We’ve been talking a lot about COVID-19 lately and, in particular, the various regulations and guidance that have come out regarding an employer’s day-to-day responsibilities: Can you require employees to take the vaccine? What kinds of medical questions can I ask my employees? Should employees still wear masks? How does COVID-19-related leave work? What do I do about accommodation requests?
With all of the technical guidance out there and the adjustments you’ve had to make, it may have been easy to forget about the big picture and what all these regulations may yield in the future: discrimination claims. Recently, the EEOC filed suit in the U.S. District Court in the Northern District of Georgia on behalf of an employee, claiming that her employer violated the Americans with Disabilities Act (ADA) when it denied her request to work from home. While today’s COVID-19 focus still centers around regulatory compliance and the pandemic’s daily effects, this lawsuit is a reminder that the effects of COVID-19 may last longer than we think and that they may start to infect discrimination suits.
The EEOC’s allegations in the complaint are as follows: The plaintiff employee, Ronisha Moncrief, worked as a Health, Safety, and Environmental Quality manager for ISS Facility Services, Inc. She has chronic lung disease and hypertension, which inhibit her ability to walk and breathe, limit the functions of her pulmonary and cardiovascular systems, and cause her to cough and have shortness of breath. In March 2020, ISS, like many others, directed its employees to work from home due to the COVID-19 pandemic. Around that same time, Moncrief’s doctor recommended that she work from home and take breaks while working.
The EEOC claims that working from home improved Moncrief’s condition and symptoms. However, in June 2020, ISS directed employees to return to work. The EEOC alleges that Moncrief requested to continue working from home for two days each week and to take frequent breaks while working on site. The documentation that Moncrief submitted with her request “noted that Moncrief needed the accommodation because her past and recent bouts with severe pulmonary disease made her a high-risk for contracting COVID-19. In the performance of her job duties, Moncrief had close contact with many employees and often shared a desk with co-workers.” The EEOC then claims that her request was denied and that she was terminated a few weeks later for performance issues. Notably, the EEOC claims that other employees’ requests to work from home were granted.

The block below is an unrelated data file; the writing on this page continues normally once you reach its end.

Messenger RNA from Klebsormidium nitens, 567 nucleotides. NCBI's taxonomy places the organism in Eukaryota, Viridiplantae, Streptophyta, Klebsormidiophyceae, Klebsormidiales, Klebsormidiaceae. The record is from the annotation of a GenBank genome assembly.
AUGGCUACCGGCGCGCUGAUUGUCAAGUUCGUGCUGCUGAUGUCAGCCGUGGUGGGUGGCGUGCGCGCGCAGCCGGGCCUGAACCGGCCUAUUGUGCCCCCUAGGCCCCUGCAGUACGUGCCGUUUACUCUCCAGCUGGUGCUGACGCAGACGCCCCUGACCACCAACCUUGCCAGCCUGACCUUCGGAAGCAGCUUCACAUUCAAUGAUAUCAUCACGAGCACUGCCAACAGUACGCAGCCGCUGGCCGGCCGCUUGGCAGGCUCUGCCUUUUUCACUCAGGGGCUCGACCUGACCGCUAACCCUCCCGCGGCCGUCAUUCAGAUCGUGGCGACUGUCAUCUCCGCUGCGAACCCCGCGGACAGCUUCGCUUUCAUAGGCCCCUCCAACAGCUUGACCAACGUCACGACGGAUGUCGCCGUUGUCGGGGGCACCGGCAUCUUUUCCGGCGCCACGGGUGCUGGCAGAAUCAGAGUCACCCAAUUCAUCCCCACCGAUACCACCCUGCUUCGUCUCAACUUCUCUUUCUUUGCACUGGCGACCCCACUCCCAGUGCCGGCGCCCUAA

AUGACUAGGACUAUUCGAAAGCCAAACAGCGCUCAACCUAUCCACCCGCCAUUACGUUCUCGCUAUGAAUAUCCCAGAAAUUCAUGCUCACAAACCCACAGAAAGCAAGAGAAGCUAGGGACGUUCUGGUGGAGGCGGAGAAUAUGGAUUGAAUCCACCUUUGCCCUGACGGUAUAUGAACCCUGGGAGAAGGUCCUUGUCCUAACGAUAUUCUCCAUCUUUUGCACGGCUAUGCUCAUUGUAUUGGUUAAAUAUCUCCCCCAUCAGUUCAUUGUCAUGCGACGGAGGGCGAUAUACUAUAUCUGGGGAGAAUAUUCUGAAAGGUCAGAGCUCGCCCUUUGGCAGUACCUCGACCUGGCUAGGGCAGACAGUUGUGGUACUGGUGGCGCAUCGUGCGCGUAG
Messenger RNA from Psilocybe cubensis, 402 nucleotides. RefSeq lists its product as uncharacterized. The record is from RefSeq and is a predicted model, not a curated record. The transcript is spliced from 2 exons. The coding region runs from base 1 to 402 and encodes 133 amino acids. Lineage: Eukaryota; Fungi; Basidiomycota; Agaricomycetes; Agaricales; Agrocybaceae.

The EEOC requires that employers provide employees who have disabilities with a reasonable accommodation. This does not mean that you must provide an employee with the exact accommodation he or she requests. Instead, it is a very fact-specific inquiry that depends on the employee’s condition, your workplace environment, the job position requirements, and business need. Thus, under the ADA, leave or remote work is not a required accommodation. In fact, a few high courts have held that on-site attendance was an essential function of the job. One noted that in-person attendance at work is a “rather common-sense idea,” and another noted that “most jobs require the kind of teamwork, personal interaction, and supervision that simply cannot be had in a home office situation.”
However, the EEOC has been pushing in the other direction for some time, arguing that remote work and leave can be reasonable accommodations in certain circumstances. With many employers having offered remote working options for some time during COVID-19, plaintiffs have somewhat of an easier argument that working from home could be reasonable.
We are beginning to see discrimination suits that, like the one here, allege discrimination (whether it be racial, sexual, disability-related, or otherwise) due to an employer’s failure to grant a COVID-19-related request. A popular allegation is that the employee’s request was denied but that other employees, outside of the employee’s protected class, made similar requests that were granted. Be sure that you apply your policies, protocols, and practices equally to all employees who make COVID-19-related requests. Otherwise, you could be opening yourself up to discrimination claims.
When an employee brings an accommodation request to you, whether it’s due to a disability or sincerely held religious belief, remember to always engage in the interactive process. Discuss the employee’s requested accommodation and why it will or will not work. Work together to come up with an accommodation that will work for everyone, and remember that you are only required to give reasonable accommodations, not any accommodation an employee requests. It remains to be seen whether courts will begin to agree with the EEOC’s argument here – that allowing employees to work from home may be a reasonable accommodation.